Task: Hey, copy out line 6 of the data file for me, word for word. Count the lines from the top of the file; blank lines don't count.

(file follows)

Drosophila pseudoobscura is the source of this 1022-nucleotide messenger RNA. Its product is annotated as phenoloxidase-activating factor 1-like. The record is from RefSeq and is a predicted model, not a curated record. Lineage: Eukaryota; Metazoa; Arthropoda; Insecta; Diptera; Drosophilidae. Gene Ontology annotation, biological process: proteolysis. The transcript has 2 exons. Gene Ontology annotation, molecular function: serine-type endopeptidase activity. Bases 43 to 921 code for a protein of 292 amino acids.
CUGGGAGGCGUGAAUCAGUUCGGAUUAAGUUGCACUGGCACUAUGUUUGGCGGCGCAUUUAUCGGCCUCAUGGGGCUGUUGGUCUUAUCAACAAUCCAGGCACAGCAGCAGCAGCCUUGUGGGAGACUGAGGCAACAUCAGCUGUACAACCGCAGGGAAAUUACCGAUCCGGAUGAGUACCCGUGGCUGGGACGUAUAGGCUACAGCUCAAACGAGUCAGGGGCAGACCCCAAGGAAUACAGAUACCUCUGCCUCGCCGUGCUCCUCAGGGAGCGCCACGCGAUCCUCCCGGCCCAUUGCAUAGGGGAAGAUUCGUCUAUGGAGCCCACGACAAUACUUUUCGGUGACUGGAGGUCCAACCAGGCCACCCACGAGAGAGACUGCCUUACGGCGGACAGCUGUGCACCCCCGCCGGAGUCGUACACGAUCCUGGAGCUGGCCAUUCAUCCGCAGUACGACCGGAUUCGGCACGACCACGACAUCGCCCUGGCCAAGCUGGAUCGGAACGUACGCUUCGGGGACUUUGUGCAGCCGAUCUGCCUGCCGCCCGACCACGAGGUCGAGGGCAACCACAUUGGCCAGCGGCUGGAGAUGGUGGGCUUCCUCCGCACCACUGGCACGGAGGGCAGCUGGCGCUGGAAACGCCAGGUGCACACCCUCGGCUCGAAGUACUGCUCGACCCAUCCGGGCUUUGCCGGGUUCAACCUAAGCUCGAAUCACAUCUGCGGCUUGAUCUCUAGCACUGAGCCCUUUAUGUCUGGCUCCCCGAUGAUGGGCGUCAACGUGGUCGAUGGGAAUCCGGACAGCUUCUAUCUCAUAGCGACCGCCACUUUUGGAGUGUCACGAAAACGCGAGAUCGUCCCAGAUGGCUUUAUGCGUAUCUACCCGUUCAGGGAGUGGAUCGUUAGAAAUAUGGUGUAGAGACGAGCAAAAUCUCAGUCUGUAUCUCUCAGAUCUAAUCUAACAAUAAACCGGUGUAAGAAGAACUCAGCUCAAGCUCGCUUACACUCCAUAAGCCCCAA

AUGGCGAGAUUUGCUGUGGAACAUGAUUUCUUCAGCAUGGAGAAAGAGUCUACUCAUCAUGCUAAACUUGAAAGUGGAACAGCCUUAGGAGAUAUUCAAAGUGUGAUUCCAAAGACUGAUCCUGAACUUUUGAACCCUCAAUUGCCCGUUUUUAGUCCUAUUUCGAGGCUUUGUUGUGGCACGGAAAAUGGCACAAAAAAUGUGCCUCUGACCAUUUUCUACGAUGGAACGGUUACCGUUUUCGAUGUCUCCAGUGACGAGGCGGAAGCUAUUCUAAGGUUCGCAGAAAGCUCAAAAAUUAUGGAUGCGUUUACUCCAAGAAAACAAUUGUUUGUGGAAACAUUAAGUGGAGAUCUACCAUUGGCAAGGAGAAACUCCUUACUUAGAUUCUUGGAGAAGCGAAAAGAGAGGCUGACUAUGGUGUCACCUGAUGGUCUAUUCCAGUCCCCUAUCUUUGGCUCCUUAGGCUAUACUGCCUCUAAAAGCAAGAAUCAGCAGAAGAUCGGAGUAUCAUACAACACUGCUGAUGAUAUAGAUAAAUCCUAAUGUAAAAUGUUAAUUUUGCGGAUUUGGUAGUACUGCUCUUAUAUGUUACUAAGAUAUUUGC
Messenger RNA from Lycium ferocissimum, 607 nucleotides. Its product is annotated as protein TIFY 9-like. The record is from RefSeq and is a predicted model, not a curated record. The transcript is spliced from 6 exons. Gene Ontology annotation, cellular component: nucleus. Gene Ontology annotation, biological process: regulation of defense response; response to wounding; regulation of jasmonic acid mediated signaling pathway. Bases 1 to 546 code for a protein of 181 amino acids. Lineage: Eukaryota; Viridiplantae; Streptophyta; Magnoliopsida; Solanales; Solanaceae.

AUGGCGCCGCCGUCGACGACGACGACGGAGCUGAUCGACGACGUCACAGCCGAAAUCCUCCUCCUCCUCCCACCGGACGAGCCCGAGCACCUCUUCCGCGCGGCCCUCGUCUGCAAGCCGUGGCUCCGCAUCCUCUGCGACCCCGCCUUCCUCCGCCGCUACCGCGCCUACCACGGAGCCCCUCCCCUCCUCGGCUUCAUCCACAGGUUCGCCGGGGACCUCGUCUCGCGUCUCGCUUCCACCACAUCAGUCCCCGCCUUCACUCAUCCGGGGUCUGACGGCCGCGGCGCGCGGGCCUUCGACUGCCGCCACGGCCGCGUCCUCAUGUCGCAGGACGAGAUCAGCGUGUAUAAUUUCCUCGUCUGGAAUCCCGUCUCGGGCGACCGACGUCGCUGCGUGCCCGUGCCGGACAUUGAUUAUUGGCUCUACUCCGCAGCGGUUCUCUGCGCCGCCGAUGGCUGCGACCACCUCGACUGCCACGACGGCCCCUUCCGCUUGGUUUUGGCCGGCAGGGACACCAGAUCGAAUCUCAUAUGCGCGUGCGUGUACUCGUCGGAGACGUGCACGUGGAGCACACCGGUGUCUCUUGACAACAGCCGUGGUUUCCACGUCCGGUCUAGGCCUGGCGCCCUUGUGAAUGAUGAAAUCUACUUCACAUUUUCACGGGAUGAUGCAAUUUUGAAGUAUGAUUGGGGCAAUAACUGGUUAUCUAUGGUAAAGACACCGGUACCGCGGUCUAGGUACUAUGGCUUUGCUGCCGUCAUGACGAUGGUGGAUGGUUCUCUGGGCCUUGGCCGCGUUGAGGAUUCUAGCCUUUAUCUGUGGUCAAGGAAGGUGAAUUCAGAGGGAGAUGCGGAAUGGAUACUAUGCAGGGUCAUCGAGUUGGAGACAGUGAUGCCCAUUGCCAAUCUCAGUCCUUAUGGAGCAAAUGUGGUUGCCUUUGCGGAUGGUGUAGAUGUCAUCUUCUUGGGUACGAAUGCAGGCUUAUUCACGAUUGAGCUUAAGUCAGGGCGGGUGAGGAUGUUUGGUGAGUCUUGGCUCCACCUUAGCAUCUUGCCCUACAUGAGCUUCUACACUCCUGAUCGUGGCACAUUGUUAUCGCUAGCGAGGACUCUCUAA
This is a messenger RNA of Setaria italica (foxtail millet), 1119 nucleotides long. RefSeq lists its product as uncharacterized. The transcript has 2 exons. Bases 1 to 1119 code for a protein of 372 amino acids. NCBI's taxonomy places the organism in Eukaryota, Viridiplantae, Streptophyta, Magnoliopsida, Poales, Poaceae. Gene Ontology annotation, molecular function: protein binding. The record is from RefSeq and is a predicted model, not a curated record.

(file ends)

This is a messenger RNA of Setaria italica (foxtail millet), 1119 nucleotides long. RefSeq lists its product as uncharacterized. The transcript has 2 exons. Bases 1 to 1119 code for a protein of 372 amino acids. NCBI's taxonomy places the organism in Eukaryota, Viridiplantae, Streptophyta, Magnoliopsida, Poales, Poaceae. Gene Ontology annotation, molecular function: protein binding. The record is from RefSeq and is a predicted model, not a curated record.